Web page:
India's Weekend Maneuverings and Debt Problem

A smaller than expected stimulus package may be signs of things to come…

Prime Minister Singh’s government announced a series of economic measures including a 100bp rate cut and reduced fuel prices with much fanfare this weekend, but even the most dedicated India bull found the government stimulus package unveiled yesterday to be a let-down.

At just $4 billion in total with about only $2 billion (less than 0.10% of 2007 GDP) earmarked for new spending in the remaining four months of the fiscal year, the plan is less than a third of some of the amounts rumored in the press earlier in the week.

The small size of the relief package may, in part, underscore the increasingly significant role that external debt has played in the Indian economy since the start of the recent decade of hyper growth, which kicked off at about the same time that IMF repayments ended. As illustrated by the chart below, as total foreign debt levels increased, so too did the percentage of short term debt –over 20% by Q2 of this year, leaving the private sector and, by extension, the government, facing looming refinancing in the midst of a global credit draught.

Plans for the Stimulus package include a provision for a $1 billion domestic offering in March, which will be a significant increase over prior issues. Already the most recent treasury auction came to market for nearly double the size anticipated –in conjunction with an increase of government forecasts for 2009 issuances that exceeded the original target by more than 30%.

In an interview in HT’s financial journal MIN this week, Harihar Krishnamurthy, director of the treasury at the Development Credit Bank, sounded less than confident when he pronounced that the new debt issues “won’t affect the market because by the time of the January borrowing, the advance tax collected in December will come back in the system and there won’t be any liquidity problem”. In other words, by the time the check clears the money will be in the bank.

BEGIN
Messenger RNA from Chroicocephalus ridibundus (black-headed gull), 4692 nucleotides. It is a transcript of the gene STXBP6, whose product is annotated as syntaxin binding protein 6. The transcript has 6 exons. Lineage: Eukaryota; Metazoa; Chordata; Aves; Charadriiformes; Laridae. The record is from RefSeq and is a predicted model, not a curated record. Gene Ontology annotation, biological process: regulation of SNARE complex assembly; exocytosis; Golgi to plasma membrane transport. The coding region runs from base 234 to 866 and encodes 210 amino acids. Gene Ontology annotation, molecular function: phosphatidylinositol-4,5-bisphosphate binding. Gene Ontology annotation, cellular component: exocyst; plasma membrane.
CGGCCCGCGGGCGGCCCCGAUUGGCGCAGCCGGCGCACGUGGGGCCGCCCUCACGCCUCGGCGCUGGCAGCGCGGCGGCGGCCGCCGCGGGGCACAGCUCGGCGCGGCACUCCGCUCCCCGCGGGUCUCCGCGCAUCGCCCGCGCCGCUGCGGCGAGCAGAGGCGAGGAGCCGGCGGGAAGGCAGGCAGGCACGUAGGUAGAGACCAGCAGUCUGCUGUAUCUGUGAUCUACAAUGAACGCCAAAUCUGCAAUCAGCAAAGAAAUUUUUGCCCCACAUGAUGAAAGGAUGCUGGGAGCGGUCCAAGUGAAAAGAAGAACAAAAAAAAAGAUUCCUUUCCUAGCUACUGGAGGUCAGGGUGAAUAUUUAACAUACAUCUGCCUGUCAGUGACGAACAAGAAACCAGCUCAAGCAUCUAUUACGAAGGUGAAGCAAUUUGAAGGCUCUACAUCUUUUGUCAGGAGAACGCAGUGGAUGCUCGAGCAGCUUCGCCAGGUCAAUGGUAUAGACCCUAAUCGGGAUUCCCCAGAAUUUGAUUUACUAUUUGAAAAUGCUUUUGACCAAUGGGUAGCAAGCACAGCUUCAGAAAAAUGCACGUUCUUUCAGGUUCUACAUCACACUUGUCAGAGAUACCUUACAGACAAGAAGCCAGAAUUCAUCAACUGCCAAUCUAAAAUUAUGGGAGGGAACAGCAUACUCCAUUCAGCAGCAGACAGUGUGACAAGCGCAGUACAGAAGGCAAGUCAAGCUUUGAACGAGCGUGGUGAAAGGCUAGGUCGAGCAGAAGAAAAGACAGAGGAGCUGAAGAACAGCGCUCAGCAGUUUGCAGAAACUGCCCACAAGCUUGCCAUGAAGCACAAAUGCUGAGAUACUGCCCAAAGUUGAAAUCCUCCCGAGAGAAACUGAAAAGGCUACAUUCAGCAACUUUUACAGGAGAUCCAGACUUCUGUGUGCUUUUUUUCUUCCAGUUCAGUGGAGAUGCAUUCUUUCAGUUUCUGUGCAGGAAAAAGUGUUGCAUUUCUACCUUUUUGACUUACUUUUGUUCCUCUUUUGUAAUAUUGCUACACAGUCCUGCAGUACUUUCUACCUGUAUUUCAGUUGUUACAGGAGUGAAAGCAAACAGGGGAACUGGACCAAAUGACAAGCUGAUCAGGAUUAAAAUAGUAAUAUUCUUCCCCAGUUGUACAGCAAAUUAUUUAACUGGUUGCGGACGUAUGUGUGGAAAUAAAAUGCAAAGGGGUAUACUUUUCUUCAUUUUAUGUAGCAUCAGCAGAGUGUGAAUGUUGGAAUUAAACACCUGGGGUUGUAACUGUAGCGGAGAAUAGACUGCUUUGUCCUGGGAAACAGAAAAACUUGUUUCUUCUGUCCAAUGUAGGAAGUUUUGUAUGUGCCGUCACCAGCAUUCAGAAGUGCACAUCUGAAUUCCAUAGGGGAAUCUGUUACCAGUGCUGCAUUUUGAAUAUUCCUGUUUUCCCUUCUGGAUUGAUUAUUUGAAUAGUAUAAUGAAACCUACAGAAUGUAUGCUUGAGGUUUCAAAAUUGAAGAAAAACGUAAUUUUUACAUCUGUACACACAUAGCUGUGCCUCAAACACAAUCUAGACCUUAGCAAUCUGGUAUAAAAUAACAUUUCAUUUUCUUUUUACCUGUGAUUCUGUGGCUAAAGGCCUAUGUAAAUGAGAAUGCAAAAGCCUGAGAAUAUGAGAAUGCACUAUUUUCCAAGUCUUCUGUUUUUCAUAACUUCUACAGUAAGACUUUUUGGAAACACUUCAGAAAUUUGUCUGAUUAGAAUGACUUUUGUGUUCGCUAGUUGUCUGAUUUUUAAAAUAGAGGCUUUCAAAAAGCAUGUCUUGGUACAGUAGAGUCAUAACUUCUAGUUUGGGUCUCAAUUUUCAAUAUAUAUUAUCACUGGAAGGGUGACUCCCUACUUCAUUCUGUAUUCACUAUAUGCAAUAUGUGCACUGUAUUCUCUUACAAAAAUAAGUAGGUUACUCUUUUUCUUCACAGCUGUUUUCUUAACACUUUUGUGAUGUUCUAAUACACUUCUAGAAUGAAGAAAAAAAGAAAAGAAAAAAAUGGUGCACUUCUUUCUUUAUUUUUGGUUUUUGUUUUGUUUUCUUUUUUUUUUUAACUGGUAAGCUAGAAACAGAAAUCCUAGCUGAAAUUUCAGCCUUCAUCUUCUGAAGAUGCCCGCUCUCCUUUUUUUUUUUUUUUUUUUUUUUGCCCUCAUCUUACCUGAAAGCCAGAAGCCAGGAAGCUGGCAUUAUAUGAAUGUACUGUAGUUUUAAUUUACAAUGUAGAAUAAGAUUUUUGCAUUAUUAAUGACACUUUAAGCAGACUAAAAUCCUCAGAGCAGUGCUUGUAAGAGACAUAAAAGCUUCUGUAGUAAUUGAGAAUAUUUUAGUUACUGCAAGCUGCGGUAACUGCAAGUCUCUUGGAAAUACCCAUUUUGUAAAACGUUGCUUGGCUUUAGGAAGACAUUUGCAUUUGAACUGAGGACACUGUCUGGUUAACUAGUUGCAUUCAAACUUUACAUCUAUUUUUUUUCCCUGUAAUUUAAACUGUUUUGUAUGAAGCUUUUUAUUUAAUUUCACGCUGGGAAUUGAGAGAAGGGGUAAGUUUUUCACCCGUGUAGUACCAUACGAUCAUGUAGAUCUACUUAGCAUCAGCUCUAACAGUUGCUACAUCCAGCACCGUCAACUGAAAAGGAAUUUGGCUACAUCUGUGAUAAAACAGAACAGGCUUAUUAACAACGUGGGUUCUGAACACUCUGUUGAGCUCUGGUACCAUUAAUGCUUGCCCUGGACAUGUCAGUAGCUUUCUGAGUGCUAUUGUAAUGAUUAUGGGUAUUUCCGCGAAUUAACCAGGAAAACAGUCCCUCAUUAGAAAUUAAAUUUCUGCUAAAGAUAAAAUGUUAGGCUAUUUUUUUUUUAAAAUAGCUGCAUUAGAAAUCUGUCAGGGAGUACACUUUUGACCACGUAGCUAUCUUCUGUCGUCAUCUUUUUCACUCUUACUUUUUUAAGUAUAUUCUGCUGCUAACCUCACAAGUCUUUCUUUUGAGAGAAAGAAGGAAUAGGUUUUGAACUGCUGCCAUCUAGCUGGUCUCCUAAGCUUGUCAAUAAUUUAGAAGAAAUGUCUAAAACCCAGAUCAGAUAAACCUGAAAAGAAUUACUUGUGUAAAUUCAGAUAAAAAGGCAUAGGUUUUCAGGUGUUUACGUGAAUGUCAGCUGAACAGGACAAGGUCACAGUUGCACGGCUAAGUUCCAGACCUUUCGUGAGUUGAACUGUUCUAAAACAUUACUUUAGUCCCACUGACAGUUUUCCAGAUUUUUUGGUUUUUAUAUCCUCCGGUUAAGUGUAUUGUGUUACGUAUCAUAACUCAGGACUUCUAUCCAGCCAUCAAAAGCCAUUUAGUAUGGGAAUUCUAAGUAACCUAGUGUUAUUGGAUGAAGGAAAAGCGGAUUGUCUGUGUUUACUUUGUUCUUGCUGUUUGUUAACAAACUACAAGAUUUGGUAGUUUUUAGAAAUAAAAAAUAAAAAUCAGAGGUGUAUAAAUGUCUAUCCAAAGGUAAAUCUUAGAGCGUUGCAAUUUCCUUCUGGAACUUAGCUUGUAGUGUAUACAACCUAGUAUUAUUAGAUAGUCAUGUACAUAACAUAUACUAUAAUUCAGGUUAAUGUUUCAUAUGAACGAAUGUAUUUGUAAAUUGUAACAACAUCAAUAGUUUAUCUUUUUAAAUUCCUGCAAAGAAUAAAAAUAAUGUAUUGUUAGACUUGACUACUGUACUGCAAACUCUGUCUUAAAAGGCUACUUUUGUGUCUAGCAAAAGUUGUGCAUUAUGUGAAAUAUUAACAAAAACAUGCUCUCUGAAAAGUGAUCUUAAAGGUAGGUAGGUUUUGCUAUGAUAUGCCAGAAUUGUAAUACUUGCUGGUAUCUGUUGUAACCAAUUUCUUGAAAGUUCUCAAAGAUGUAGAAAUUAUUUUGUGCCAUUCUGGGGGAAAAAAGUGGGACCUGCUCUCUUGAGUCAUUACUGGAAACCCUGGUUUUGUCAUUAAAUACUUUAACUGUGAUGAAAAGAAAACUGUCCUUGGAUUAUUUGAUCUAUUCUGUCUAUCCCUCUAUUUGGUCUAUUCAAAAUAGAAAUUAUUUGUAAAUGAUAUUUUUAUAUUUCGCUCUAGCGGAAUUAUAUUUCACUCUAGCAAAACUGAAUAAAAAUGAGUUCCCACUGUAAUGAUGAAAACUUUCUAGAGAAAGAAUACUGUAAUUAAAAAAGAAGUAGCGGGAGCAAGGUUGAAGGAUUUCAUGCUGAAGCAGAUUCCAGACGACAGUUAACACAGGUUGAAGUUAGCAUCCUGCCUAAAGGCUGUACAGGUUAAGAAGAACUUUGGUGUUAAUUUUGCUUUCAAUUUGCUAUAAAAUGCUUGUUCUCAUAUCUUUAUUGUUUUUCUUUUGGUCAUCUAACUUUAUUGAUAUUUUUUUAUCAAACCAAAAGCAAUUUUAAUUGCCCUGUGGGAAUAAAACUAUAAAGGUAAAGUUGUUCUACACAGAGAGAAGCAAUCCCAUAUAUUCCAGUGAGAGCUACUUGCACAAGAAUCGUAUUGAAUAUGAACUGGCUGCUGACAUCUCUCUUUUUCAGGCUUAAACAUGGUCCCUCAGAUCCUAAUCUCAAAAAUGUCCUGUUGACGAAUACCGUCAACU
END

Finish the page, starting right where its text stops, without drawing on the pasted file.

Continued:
The yield curve has remained flat since coming off the highs of late July with the 10 year at 6.77 and the 2 year at 6.53 –a nominally low level by historical standards. As the foreign appetite for debt issued by Indian financials drops off on currency volatility and solvency concerns, that trend could reverse rapidly as banks have less money to lend the government. Already last month Tata Financial had to seek regulatory approval to attach warrants to a rights-offering zero coupon issuance in order to find willing offshore buyers.

In announcing the rate cut, Reserve Bank Governor Subbarao admitted that growth would be “less than expected” but there has yet to an official acknowledgement that high double digit growth is impossible for the New Year.

Being short India for the better part of 2008, we have repeatedly underscored our doubt that domestic demand can replace a drop-off in foreign trade. Now we add to that our doubt that domestic credit alone can replace foreign lending.

Andrew Barber

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